For all the wide cycling shoes on the market, almost no one ever sends them to me to review. Despite the logic behind sending a shoe that fits someone’s foot, I ordinarily receive my size plus or minus a half size. Well that changed at Sea Otter when Lake hosted a bunch of us journalistical types to be fitted with a pair of their shoes. I was put in a pair of Lake’s CX237 in wide; they have a retail of $279. This is a moldable shoe; stick it in your home oven at about 200 degrees for about five minutes. Be sure to have some gloves. Most of what is moldable is the rear half of the shoe, particularly the heel cup.
Lake introduced a new insole that comes in two versions, one in carbon fiber and another in fiberglass. The fiberglass is slightly heavier and goes for $60 as opposed to the $80 for the carbon fiber model. They molded a set of these for me as well. I’m looking forward to writing the review. As I was setting the cleats up on them last night I couldn’t help but think this was the best-fitting, non-custom pair of cycling shoes I’d ever worn. And for an investment of $340. (Also, a little reminder here, some piece of gunk got in my camera—something I couldn’t see through the lens—resulting in these crescents you’ll be seeing in these images. Sorry ’bout that.)
This was my first chance to see a frame from the Canadian outfit No. 22, which hired some of the former Serotta employees. They used a salt-water bath to do the anodizing, and that detail is nearly the only difference between this bike and a Legend Ti, at least from the standpoint of appearance.
It’s rare that you see a bike with such a wide BB that the Campy Ultra Torque crank doesn’t require a sizable spacer between the bearing and the crank.
Wahoo, a company full of interesting new uses for technology, introduced this new hear rate strap called the Tickr. What makes it one-of-a-kind is that it broadcasts HR data in both ANT+ and bluetooth, so it will talk to your Garmin and your smartphone all at the same time.
The Kickr is Wahoo’s trainer. While this isn’t really the time to be getting worked up about riding inside, this trainer addresses every criticism anyone has been able to dream up for the LeMond Revolution. Don’t like the noise of the Revolution’s wind resistance unit? No problem; this uses magnetic resistance but doesn’t give up the flywheel effect found in the Revolution that made it so great to pedal. Don’t like the fact that the Revolution is bulky and hard to put away? The Kickr features folding legs and a handle to make it small and easy to carry. Don’t like that the Revolution is suited to one wheel size? The Kickr is adjustable. Don’t like that the Revolution has no way to track wattage or other training parameters? The Kickr can be adjusted in myriad ways and thanks to an app that will run on your smart phone or tablet, you can make adjustments while riding.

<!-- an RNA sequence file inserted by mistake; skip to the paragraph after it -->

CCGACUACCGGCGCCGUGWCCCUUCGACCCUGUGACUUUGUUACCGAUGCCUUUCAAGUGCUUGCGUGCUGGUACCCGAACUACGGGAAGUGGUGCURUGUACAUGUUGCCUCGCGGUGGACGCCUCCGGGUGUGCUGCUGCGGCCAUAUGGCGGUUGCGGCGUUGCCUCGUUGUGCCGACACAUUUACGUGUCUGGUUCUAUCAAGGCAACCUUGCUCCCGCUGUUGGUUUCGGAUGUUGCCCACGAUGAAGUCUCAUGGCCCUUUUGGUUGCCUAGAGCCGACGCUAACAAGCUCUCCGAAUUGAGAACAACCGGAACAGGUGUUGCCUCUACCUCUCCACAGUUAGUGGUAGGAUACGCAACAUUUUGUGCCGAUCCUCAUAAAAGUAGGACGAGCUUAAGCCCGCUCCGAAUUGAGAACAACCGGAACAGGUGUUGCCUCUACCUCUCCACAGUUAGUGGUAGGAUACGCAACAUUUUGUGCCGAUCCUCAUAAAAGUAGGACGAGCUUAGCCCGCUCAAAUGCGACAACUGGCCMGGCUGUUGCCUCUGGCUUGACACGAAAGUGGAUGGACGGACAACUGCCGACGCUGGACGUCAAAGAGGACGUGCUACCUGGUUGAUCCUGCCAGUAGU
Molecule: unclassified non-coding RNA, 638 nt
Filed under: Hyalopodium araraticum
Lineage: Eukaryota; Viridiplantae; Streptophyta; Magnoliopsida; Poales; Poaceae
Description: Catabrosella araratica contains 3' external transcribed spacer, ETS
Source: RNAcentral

The bike industry has seen its share of turnaround attempts. Fewer of them have been successful than you would think. When I reviewed the SPY Alphas a while back I found them a refreshing change to much what was out there. Since then, SPY has been on a roll, introducing new models and lenses at a rate that even Oakley can’t match. This display case had the same effect on me that Oakley’s once did: I want that one and that one and that on…. This is what ass-kicking looks like.
Club Ride was one of the first companies to offer designs that bridged the gap between technical wear and BMX-inspired baggy mountain bike wear. They continue to offer some of the best-looking and most affordable pieces I’ve seen.
Specialized was showing off its new Stumpjumper EVO for 650″ or 27B or whatever anyone wants to call it. The big red S has taken some heat for being last to the 27.5 party, but if history is any guide, they’ve taken their time in getting the geometry right. The two people I spoke to who have ridden this bike say it drops like a downhill bike but pedals like a trail bike.
Speedplay has been hard at work on a new mountain bike pedal called the Syzr. We’re told it is great at shedding mud, offers real float (as opposed to alleged) and doesn’t depend on the shoe’s lugs to provide a stable pedaling platform. This is a pre-production sample; they should be in bike shops ahead of Interbike.
The fence at the bottom of the stairway from the paddock into the expo has become the de facto location to position bikes for sale. I saw eight different bikes there at one point, everything from mountain bikes to road and ‘cross bikes and even the occasional BMX bike.
Unlike most years, SRAM didn’t have much in the way of new products to introduce. However, they did mention they had two new cassettes. I was all ears. Would they be introducing something beginning with a 12? Of course not. The two new cassettes fall in the Red WiFLi range, with an 11-30 and an 11-32. Nevermind the fact that most of the U.S. is reasonably flat and to spin out a 50×11 you’ve got to be going 45 mph. It seems a silly omission to me, and while I really love SRAM components, I’ll continue to criticize them on this point.
Felt showed off a disc-brake version of its grand touring Z model. Road product manager Dave Koesel told me that the disc version of the Z frame features a significantly different layup, making the bike even more comfortable than the rim brake version.
The Z has always been an unusually comfortable example of a grand touring bike, and while many examples of this line of thinking do all they can to suppress vibration, the Z is a surprisingly sensitive bike.
Cable routing is both internal and clean and this bike got a redesigned fork to direct the front brake line routed through the fork itself. This is a fine example of why Felt is the most consistently underrated bike manufacturer out there.
Lest we forget just how this event started.